The Important Differences Between The 2008 And 2012 Markets

 |  Includes: JNJ, MSFT, T, WMT, XOM
by: Philip Mause

Will 2012 markets be a repeat of 2008? That's a scary thought. In 2008, we started the year with some misgivings, but economic indicators looked reasonably sound. The housing/mortgage disaster swallowed up the stock market and the economy and pitched us into the deepest recession since the 1930's. It was caused by unmanageable debt: By the basic mortgages, which soon were driven underwater by declining home prices. And also by the mortgage-backed securities which collapsed in value and tanked several major financial institutions, froze the interbank lending market, and destroyed the bond market.

Once again, we are faced with "unmanageable" debt - this time the sovereign debt of the eurozone countries. Once again, large and interdependent financial institutions hold massive amounts of questionable paper and the phrase, "bank run," is getting more popular. Are we about to repeat the disaster we lived through four years ago?

There are important differences between the two situations and the evaluation of these differences is crucial to determining the danger of a repeat of the Panic of 2008. First of all, the underlying debt is quite different. When a low income person buys a house worth $600,000 and finances the purchase with a $700,000 mortgage because of an inflated appraisal and rolled in fees, there is really no way the principal will be repaid in a declining house price market. Somebody, somewhere is going to take a big hit.

On the other hand, sovereign debt can be extended and ultimately paid a number of ways. Most of the European countries own a wider range of assets than the United States government (shares of electric or telephone utilities, parts of businesses, etc.) and can sell those assets. Taxes can be increased. Charges for the use of spectrum can be increased. In the short term, the bond market can be stabilized by permitting those who owe money to the government (taxpayers and buyers of government assets) to settle their accounts by delivering government bonds rather than cash (the Italian government is apparently doing this already). None of these measures are available to the hapless homeowner whose house is now worth only $300,000 but who owes $700,000.

There is another very important difference. Central Banks generally either buy sovereign debt instruments or accept them as collateral. The ECB has already bought significant amounts of sovereign debt. On the other hand, in the United States, the Federal Reserve was not in the practice of buying mortgages, houses or non-agency mortgage-backed securities. It was, therefore, more complicated for the Federal Reserve to come to the rescue. It is true that there has been considerable controversy about the role of the ECB. Nevertheless, the ECB definitely has the way, if not always to will, to stabilize a sovereign debt instrument market by intervening and buying up sovereign bonds.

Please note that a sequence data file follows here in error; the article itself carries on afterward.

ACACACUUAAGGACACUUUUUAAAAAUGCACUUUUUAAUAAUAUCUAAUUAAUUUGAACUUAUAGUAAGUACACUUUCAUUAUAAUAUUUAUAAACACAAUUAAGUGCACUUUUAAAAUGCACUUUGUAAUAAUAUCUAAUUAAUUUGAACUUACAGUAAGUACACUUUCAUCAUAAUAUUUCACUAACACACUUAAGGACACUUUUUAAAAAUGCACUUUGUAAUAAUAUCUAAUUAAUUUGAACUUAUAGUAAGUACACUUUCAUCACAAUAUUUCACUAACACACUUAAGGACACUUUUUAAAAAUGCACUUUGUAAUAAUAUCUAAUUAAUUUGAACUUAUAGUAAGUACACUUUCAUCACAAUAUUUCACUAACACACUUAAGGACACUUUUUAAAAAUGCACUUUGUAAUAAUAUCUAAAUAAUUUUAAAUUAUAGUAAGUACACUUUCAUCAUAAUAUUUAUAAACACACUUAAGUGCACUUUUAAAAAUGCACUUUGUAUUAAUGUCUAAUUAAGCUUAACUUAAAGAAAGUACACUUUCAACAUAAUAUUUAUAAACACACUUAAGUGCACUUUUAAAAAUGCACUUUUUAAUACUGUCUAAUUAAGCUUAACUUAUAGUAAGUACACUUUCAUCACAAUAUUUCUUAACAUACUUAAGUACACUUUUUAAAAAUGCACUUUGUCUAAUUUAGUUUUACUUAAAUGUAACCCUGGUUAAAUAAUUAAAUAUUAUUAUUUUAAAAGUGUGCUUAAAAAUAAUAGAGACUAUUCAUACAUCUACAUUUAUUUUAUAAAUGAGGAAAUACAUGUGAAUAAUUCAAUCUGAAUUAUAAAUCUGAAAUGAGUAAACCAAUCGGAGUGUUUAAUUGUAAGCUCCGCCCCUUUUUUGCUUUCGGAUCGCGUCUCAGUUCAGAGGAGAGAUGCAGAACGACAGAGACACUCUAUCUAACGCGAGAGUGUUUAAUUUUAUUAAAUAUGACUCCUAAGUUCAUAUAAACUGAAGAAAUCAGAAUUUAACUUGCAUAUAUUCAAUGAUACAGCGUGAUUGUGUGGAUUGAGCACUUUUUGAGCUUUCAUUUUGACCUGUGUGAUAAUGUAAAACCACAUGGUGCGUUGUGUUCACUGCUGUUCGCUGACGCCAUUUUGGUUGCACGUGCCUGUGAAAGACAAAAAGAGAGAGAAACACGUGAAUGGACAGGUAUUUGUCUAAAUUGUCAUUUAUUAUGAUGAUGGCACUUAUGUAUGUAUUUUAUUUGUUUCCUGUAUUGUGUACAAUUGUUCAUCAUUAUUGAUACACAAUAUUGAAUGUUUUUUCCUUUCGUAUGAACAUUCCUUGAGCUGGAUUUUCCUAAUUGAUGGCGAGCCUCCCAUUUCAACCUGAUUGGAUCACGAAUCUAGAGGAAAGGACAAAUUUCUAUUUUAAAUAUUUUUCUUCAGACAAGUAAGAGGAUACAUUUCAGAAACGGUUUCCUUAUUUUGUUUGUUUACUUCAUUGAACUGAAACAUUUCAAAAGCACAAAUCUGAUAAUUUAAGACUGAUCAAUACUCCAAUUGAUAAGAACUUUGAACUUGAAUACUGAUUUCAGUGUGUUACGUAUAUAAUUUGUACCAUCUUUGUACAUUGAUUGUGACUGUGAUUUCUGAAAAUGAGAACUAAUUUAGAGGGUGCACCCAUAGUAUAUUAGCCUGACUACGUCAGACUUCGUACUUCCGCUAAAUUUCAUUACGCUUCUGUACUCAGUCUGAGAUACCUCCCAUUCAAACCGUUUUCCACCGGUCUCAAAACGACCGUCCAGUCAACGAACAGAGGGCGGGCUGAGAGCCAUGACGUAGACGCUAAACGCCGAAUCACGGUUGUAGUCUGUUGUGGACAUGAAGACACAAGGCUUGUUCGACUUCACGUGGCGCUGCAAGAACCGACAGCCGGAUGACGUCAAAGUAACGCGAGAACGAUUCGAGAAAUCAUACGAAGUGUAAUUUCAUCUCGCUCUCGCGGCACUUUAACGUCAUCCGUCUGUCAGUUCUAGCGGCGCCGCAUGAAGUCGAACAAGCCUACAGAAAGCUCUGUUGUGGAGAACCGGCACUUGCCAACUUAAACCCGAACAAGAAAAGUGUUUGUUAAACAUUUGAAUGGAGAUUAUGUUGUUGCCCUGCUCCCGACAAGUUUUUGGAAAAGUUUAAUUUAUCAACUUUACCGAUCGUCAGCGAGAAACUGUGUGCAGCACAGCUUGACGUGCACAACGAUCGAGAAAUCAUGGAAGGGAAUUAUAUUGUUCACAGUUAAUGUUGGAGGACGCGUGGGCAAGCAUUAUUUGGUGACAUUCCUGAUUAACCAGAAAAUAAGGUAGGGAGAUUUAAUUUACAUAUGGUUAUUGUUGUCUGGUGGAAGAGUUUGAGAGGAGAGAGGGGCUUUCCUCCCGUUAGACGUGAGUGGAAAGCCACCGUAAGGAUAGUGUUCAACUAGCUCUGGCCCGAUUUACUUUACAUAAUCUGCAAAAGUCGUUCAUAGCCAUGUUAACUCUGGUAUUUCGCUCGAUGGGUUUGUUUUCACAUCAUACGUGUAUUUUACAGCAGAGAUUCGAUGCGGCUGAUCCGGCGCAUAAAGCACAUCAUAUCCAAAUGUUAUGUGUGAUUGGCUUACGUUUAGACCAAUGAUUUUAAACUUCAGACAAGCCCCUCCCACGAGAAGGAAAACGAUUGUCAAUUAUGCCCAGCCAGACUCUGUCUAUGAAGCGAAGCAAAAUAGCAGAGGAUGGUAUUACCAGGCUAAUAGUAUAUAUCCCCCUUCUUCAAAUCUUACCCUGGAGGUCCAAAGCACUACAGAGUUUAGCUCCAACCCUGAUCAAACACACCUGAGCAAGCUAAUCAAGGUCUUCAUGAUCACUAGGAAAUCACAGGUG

In one very important respect, the eurozone debt crisis may be more dangerous than the Panic of 2008. When the bank run started in the United States, a very important element of the solution was the introduction of enhanced deposit insurance. The United States government, through the FDIC, insured larger deposits than it had in the past and also insured interbank loans and some bonds. Most people quickly determined that these guarantees were solid because the United States government could always raise money by issuing bonds and, if absolutely necessary, having the Federal Reserve print money to buy the bonds. In essence, depositors were protected by an assurance that, if all else failed, money would be printed to pay them off. In Europe, if the crisis develops due to a sovereign's bankruptcy, enhanced deposit insurance backed by a guarantee issued by that very sovereign would not be very reassuring and would not likely prevent the development of a bank run.

I think we will see a year and, unfortunately, several years of brinkmanship on the part of the Europeans as the Germans hold other countries' feet to the fire. And then at the last moment, the situation will be rescued by ECB sovereign debt purchases. This scenario will likely be played out a number of times. It will produce years of sluggish economic activity in Europe as austerity chokes off economic growth. But a cataclysm will probably be avoided. Of course, by August 1914, Europe had been on the brink of war several times and each time the situation had been resolved. So, it is not impossible that the canoe will drift over the waterfall. But so many people, businesses, and countries have so much to lose that Europe is most likely to print its way out of its problems the same way the United States and Japan have done.

We are likely to see a persistent decline in the euro, slow economic growth in the eurozone, some pressure on the dollar-denominated earnings of U.S. companies dependent on European sales, and a continued nervousness on the part of investors. Financial institutions have become so interconnected that the stocks of large U.S. banks will be subject to periodic squalls, sending share prices down quickly. The Fed will probably be more accommodating than economic conditions in the United States would warrant because of concerns over a eurozone blow up.

The low interest rate driven stock market - in which reliable dividend payers become more and more attractive to investors - will continue. In the long run, investors will do much, much better with a group of reliable dividend stocks with strong balance sheets like Exxon (NYSE:XOM), Johnson & Johnson (NYSE:JNJ), Microsoft (NASDAQ:MSFT), Wal-Mart (NYSE:WMT), and AT&T (NYSE:T) than with Treasuries, but a strong stomach will be required for the rollercoaster ride.

Disclosure: I am long WMT, XOM, JNJ, T, MSFT.